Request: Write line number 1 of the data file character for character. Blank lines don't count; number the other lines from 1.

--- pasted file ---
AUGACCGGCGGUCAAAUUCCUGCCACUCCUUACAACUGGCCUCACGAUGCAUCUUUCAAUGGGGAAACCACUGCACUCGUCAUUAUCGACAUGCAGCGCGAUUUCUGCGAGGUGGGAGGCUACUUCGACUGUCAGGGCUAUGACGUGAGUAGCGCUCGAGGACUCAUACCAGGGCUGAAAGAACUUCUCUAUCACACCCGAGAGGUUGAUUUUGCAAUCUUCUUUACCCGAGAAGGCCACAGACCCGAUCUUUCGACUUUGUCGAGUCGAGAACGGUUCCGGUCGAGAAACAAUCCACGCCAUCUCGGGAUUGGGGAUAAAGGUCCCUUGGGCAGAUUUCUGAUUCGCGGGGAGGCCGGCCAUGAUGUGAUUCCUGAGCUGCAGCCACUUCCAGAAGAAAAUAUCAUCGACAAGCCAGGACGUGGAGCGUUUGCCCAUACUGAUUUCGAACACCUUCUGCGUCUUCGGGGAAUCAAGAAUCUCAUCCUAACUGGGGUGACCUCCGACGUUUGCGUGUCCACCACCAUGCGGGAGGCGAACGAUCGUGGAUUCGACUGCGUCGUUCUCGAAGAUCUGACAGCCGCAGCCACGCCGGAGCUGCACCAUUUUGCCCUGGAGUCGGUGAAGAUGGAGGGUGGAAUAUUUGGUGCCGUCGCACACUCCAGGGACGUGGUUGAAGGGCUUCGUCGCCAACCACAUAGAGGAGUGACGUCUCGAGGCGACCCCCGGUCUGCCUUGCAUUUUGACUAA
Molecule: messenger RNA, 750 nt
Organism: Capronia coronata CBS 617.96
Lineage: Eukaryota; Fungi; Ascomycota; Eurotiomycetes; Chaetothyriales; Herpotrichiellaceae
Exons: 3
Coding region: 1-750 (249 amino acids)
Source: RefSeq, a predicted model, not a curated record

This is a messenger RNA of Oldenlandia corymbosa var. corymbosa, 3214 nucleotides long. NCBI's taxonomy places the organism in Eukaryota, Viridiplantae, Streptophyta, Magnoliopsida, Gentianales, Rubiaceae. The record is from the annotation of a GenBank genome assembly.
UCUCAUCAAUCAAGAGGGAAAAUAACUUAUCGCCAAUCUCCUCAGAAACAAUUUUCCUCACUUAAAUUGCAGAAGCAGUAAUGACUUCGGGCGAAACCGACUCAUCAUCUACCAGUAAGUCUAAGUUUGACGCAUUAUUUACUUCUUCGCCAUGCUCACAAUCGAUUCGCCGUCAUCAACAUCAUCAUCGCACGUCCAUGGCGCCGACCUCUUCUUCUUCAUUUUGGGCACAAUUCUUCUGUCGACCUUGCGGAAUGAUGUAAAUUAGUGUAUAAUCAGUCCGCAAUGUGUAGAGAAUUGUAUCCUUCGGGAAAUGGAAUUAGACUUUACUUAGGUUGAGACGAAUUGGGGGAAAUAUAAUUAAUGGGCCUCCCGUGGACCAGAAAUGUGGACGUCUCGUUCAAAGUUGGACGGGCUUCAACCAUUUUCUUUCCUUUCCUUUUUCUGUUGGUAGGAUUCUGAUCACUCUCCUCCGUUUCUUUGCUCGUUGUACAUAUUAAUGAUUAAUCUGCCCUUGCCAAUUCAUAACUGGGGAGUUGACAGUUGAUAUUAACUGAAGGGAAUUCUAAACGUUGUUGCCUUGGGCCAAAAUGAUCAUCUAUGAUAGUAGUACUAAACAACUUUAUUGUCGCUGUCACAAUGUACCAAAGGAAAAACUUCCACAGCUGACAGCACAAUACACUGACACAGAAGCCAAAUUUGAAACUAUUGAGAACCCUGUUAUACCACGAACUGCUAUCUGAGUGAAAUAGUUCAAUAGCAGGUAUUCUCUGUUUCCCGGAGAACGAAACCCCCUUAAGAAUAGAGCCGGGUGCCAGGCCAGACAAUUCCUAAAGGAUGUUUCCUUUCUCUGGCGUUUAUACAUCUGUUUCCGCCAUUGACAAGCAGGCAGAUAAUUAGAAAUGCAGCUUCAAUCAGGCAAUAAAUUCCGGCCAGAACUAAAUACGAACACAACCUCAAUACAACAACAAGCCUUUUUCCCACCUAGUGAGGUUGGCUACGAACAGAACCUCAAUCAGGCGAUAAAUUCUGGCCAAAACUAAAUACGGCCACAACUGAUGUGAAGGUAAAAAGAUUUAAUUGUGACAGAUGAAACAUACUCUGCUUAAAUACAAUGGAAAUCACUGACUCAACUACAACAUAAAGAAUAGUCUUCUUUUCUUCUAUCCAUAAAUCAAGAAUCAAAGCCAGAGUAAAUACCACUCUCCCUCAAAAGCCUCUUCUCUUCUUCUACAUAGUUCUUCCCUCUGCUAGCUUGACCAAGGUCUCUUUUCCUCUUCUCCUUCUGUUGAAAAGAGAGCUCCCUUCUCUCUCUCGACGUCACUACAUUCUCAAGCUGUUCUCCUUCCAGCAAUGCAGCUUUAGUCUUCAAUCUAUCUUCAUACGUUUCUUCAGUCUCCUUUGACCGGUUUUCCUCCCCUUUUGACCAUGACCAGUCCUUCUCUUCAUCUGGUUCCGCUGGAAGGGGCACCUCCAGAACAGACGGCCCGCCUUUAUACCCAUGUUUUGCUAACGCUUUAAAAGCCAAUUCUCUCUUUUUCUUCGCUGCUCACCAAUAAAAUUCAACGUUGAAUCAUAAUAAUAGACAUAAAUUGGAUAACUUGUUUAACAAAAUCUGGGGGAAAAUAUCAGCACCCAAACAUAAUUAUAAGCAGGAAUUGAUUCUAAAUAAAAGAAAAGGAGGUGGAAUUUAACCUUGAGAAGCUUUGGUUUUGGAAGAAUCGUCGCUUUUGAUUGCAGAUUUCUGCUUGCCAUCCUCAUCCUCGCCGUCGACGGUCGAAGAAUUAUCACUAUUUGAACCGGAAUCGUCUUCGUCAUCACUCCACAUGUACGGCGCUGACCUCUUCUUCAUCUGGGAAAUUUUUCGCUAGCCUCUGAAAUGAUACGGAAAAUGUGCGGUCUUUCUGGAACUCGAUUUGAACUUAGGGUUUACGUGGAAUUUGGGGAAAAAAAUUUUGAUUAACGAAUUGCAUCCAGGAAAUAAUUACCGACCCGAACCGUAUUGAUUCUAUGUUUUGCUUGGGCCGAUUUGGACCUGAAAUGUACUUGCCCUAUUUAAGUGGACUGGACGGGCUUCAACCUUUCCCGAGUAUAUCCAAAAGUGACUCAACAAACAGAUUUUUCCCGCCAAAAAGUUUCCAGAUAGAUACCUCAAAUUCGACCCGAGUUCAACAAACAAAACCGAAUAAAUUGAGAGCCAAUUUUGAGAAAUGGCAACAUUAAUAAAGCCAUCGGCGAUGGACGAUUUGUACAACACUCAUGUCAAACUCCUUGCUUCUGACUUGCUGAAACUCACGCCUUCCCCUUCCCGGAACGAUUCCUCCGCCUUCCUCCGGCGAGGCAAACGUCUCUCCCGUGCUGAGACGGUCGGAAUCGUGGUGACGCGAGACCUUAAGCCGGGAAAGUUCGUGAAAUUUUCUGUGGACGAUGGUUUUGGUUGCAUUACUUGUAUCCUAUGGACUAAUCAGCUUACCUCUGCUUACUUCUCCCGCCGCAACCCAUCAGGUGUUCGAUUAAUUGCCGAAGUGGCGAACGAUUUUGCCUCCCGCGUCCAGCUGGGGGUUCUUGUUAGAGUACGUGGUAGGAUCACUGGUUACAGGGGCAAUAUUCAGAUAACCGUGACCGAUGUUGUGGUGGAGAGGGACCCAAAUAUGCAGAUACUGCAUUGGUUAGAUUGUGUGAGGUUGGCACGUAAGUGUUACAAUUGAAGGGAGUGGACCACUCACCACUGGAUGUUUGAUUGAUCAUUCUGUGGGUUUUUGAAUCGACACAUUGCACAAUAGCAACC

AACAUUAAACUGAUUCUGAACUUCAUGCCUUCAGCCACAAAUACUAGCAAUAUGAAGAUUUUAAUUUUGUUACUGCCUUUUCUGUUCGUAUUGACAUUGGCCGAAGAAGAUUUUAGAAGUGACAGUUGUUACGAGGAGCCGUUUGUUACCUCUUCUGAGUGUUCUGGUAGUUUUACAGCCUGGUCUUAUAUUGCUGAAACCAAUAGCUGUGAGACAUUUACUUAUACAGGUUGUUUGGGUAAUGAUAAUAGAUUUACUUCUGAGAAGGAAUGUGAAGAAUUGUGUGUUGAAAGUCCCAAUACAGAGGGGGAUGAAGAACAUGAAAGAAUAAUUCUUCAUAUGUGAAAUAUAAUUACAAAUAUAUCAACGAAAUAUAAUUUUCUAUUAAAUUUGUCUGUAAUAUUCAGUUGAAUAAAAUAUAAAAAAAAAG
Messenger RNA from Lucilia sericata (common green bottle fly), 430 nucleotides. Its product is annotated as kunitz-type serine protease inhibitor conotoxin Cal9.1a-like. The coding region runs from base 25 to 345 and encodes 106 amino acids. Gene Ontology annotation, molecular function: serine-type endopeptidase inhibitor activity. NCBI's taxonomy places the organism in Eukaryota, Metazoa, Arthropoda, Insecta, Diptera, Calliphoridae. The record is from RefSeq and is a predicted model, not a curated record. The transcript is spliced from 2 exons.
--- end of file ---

AUGACCGGCGGUCAAAUUCCUGCCACUCCUUACAACUGGCCUCACGAUGCAUCUUUCAAUGGGGAAACCACUGCACUCGUCAUUAUCGACAUGCAGCGCGAUUUCUGCGAGGUGGGAGGCUACUUCGACUGUCAGGGCUAUGACGUGAGUAGCGCUCGAGGACUCAUACCAGGGCUGAAAGAACUUCUCUAUCACACCCGAGAGGUUGAUUUUGCAAUCUUCUUUACCCGAGAAGGCCACAGACCCGAUCUUUCGACUUUGUCGAGUCGAGAACGGUUCCGGUCGAGAAACAAUCCACGCCAUCUCGGGAUUGGGGAUAAAGGUCCCUUGGGCAGAUUUCUGAUUCGCGGGGAGGCCGGCCAUGAUGUGAUUCCUGAGCUGCAGCCACUUCCAGAAGAAAAUAUCAUCGACAAGCCAGGACGUGGAGCGUUUGCCCAUACUGAUUUCGAACACCUUCUGCGUCUUCGGGGAAUCAAGAAUCUCAUCCUAACUGGGGUGACCUCCGACGUUUGCGUGUCCACCACCAUGCGGGAGGCGAACGAUCGUGGAUUCGACUGCGUCGUUCUCGAAGAUCUGACAGCCGCAGCCACGCCGGAGCUGCACCAUUUUGCCCUGGAGUCGGUGAAGAUGGAGGGUGGAAUAUUUGGUGCCGUCGCACACUCCAGGGACGUGGUUGAAGGGCUUCGUCGCCAACCACAUAGAGGAGUGACGUCUCGAGGCGACCCCCGGUCUGCCUUGCAUUUUGACUAA